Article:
foooood in china


ever since moon river diner closed its doors, we’ve been “on the market” for another place to hang out and work a couple of hours. our only requirements: a quiet place with simple food and internet.

we did indeed find it. it’s called munchies and it sits on the corner of wuding road and jiaozhou road. munchies has all the ingredients to be good. it’s not pretentious, since the place is small and lacks the fancy furniture. the walls are painted with colorful flora, and orange lampshades hang from the ceiling, making the place rather funky i think (opinions vary).

the menu is a collection of american favourites, including hamburgers, hot dogs, cincinnati chili, sandwiches, ice-creams, smoothies and milkshakes, and also some mexican dishes. we’ve tried a bit of everything and apart from the chili (everybody raves about it, but we just don’t find it such a big deal), the rest of the dishes are great. tasty, fresh and yummy.
our lunch today, a mushroom burger with pasta salad, chicken quesadillas and cosmic charlie smoothie (apple+pear+raspberries):


mushroom burger

cosmic charlie munchies!

they deliver in the neighborhood, their prices are decent and the service is fast and friendly (people actually speak/understand english). what else could you ask for? :)


foooood in singapore traveling

ice cream-sandwich time!

icecream sandwich

lonely planet (aka, the tourists bible) said we should taste the ice cream sandwich in the streets of singapore, and of course, as prompt and faithful tourists, we were eager to try it.

it’s basically a big block of wall’s icecream (or olá for the portuguese readers) between two thin waffles or slices of pink bread. mango and coffee were pretty good, and they even had it in durian flavor… we were not brave enough to try it out but i wonder if the ice cream smells as bad as the fruit (which is actually forbidden in singapore’s metro).

icecream sandwich

foooood in malaysia traveling

buka puasa, breaking fast

tentage for breaking fast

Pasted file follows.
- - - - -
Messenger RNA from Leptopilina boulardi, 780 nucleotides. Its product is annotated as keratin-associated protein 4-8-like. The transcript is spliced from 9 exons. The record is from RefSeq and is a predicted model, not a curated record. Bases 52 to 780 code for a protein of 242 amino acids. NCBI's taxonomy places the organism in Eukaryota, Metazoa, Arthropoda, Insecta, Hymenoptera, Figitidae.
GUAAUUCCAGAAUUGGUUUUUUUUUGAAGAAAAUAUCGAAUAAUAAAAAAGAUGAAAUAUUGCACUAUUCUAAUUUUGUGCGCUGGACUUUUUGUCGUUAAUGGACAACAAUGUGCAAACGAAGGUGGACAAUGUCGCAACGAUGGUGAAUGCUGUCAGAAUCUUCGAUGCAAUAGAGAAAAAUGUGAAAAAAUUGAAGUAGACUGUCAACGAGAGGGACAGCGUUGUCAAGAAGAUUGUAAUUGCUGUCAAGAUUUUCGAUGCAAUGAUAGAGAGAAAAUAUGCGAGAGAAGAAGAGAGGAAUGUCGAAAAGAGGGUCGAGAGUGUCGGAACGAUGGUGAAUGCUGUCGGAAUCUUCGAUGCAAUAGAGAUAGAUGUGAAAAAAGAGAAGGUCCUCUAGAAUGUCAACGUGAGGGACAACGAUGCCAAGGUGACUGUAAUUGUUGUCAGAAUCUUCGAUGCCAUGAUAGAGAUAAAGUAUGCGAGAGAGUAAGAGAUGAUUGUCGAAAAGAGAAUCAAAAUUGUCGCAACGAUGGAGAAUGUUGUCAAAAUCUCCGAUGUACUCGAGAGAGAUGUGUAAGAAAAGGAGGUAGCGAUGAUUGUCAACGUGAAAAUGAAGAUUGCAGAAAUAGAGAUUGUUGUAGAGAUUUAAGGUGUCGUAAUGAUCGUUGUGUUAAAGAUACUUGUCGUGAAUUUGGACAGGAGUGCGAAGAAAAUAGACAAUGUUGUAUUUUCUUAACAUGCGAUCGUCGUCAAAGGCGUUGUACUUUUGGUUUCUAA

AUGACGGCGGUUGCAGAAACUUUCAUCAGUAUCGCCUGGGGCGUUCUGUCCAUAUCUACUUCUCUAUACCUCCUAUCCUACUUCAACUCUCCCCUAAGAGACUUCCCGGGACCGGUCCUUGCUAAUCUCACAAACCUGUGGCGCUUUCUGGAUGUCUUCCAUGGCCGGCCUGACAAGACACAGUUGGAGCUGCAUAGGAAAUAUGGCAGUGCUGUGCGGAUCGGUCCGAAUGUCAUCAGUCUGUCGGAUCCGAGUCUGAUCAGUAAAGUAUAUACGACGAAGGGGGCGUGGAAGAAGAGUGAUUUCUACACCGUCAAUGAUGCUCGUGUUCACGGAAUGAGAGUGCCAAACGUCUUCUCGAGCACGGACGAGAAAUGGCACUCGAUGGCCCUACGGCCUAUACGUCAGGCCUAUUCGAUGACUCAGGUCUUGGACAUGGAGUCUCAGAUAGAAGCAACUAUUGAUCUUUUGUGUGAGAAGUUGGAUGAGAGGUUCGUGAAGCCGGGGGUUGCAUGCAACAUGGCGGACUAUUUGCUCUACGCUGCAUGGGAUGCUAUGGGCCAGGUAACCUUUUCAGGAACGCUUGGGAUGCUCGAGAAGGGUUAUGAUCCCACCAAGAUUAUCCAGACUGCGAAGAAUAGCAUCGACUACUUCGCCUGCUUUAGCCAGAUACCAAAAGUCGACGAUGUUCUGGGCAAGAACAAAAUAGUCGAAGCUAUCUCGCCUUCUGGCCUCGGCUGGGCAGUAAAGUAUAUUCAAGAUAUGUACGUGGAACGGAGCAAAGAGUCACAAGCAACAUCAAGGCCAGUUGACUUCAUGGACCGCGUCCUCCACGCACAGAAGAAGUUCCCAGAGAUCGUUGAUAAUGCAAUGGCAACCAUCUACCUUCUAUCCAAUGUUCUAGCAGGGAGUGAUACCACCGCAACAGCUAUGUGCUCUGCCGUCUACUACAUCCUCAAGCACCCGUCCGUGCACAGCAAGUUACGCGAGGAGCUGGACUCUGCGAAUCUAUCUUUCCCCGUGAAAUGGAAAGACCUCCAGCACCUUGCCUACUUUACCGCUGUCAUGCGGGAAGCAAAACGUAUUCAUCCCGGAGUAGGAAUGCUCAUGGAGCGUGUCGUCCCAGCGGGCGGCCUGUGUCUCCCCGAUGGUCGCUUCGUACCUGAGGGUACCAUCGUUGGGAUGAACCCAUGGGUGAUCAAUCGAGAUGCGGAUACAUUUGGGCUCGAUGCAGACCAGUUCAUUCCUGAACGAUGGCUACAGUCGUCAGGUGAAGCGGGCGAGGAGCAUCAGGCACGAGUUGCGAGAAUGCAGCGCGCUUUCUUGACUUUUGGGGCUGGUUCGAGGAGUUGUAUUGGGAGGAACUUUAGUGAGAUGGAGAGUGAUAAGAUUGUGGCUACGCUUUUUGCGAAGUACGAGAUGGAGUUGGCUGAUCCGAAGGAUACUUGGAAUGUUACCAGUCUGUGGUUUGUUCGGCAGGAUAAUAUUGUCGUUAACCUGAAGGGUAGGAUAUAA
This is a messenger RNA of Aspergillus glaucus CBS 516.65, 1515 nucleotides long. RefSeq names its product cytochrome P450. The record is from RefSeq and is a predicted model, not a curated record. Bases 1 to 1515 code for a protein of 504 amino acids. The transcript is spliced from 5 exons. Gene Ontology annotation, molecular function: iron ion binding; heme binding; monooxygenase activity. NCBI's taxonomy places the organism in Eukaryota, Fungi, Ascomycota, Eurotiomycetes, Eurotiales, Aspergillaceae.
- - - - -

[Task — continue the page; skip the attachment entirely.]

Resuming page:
so there we were, in the middle of rows of tables. kampung baru, the same area that was deserted during the whole day is now busy with life. people all around us, sitting on these tables, food steaming in front of them, colorful plastic glasses filled with iced colorful drinks. but no one is eating, not even the kids who stare at the food with hungry and impatient eyes. there is rain outside the improvised tents that cover this canteen and it is getting darker.

breaking fast time

at 7:15, a chant on tv, subtitled in arabic. on the radio as well, a man prays in a mixture of praying and singing. and as soon as they stop, the feast starts. in the whole country.

friends and snacks!

foooood in china

remember the kumquats?

last time i went to portugal, my parents proudly showed me the progress of their “tiny clementina’s tree”. it’s a cute little tree that they purchased way before i came to china, but to which i never paid much attention. and it turns out that it wasn’t clementines that tree was growing – it was kumquats!! lots of them! i was in shock, and incredibly happy to be putting my new asian knowledge to work! :)

but this, i think, is something we don’t see in portugal (or europe) so often. they’re called pomelo, or youzi (柚子) in mandarin.

pomelo peeling

in china they’re on display on every supermarket (both fresh and candied) or street fruit stand and they look like green-yellowish oversized lemons (hence their latin name, citrus maxima). inside, there’s a really thick rind that you need to remove completely to reach the juicy pulp.


they taste not as tart as lemon, and not as sweet as an orange, but with hints of both… it’s probably closer to grapefruit, now that i think about it, only sweeter. and oh-so-adictive!!
give it a try if you find it around!


on the next episode of china fruit series, the mini-mango! stay tuned! :P


haya’s mediterranean cuisine

mediterranean food has a soft spot in our hearts, since it can bring up the nostalgy of discovering “home away from home”, through food. being portuguese, we lean towards the western side of the mediterranean style (say olive oil, tomatos, fish) whereas haya’s food is more of the eastern-mediterranean variety (turkish style, falafels, hummus, kebabs). and that’s ok – i have yet to meet a southern european dish that i didn’t like. :)

we had latkes (which i had been meaning to try since seeing matt’s yummylicious pictures), two kinds of kebab and their mini-apple pie. all very yummy. oh, and the peach juice they have there reminds me of our portuguese compal, which is more than enough to keep this girl happy.

anyway, some the pictures:

kebab   apple pie!

latkes   kebab

the only thing i don’t like at haya’s is the service. i’m not very picky about these things, but the waiters seem to always forget something and then pretend we’re not there… a bit annoying.

the reason we keep crossing half the city to come here? just the food. it’s good, and you should definitely give it a go, if you’re into mediterranean cuisine.

haya’s mediterranean cuisine + bakery
415 Dagu Lu
near Chengdu Nan Lu